Former teen star shares experiences with students
Hundreds of camera phones were trained on the former teen idol turned entrepreneur, humanitarian and mother when Hilary Duff stepped out to address students in the Sandhu Conference Center Tuesday.
Duff discussed her recent entrepreneurial pursuits, including creating a fragrance, writing a series of books and developing a television sitcom.
“I’ve worked my butt off, but I’ve been lucky,” Duff said. “I’m grateful that all of the things I’ve tried have been successful.”
Hilary Duff, best known for “Lizzie McGuire” and “A Cinderella Story,” visited Chapman Wednesday and spoke about her childhood, professional and personal struggles and life as a wife and mother. The event was hosted by the National Society of Leadership and Success (NSLS), whose members filmed her live interview and broadcast it to 332 chapters at other schools.
NSLS President Monika Bik said approximately 400 students attended the event, which began with an interview with Duff, followed by a Q-and-A and book signing.
“[Duff] was very down-to-earth and giving of her time to answer questions,” Bik said. “We had a big turnout. I think the event was successful.”
Many students purchased her book, “Elixir,” for $18 and had it signed.
Senior film production major Almog Antonir said that he would not buy the book, but would encourage his younger sisters, who are bigger fans of hers, to purchase it.
“I’ve probably seen ‘The Lizzie McGuire Movie’ about 12 times because of my sisters,” Antonir said. “But I also respect her accomplishments as a singer and author.”
The host of the event, Alexis Jones, interviewed Duff for 45 minutes before the audience had a chance to ask questions. Jones said that she “got to grow up with [Duff],” referencing the popularity of “Lizzie McGuire,” which aired on Disney Channel from 2001-2004.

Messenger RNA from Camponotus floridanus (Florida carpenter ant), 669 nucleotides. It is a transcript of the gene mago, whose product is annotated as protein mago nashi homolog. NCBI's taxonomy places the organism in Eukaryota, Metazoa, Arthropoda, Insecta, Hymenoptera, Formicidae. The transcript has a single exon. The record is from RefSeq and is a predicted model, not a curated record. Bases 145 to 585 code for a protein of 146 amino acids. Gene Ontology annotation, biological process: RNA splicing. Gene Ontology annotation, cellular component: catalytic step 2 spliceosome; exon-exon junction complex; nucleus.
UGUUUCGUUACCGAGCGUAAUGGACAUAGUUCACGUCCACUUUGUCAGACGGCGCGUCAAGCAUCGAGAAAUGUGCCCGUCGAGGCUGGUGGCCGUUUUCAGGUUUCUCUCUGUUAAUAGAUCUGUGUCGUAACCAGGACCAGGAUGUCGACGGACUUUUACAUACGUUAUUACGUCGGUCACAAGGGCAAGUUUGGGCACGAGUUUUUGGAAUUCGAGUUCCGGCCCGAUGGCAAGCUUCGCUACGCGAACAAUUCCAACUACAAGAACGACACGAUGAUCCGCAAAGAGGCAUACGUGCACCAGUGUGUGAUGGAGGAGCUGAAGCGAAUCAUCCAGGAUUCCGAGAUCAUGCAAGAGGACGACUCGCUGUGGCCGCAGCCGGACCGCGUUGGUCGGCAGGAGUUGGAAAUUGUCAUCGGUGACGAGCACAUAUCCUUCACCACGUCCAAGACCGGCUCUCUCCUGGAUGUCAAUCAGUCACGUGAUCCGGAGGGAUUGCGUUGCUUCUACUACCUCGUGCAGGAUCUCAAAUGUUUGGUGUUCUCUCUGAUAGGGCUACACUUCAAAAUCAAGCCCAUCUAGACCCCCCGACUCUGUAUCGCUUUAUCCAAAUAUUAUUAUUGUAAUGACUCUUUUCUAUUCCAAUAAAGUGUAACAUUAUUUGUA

Jones asked Duff about her insecurities, struggles and regrets. Duff discussed the challenges of being followed by the paparazzi and starting in the entertainment industry at a young age, being typecast into certain roles after being strongly identified with Lizzie.
“I was tired of being Lizzie and wanted to be Hilary,” she said. “We were one and the same.”
Seeing Duff induced feelings of nostalgia in many of the event attendees, who idolized her when they were growing up.
“She was the queen of Disney,” said freshman television and broadcast journalism major Annalise Tahran. “I wanted to hear about Lizzie McGuire, so I’m glad she talked about her past, and also what she’s doing now.”
Duff gave advice to students hoping to break into the entertainment industry, recommending them to develop a thick skin to handle frequent rejection and to use unique avenues such as YouTube.
Duff was influenced by her childhood in Texas, close relationship with her sister, and her parents’ divorce when she was 18 years old. Jerry Price, vice chancellor for student affairs and dean of students, said young people, especially college students, face similar struggles.
“Self-definition is important whether someone is famous or not,” Price said.
Duff said this was the first time she had spoken at a leadership event.
“I didn’t have the best education. I had an okay one,” she said. “I was educated in different ways.”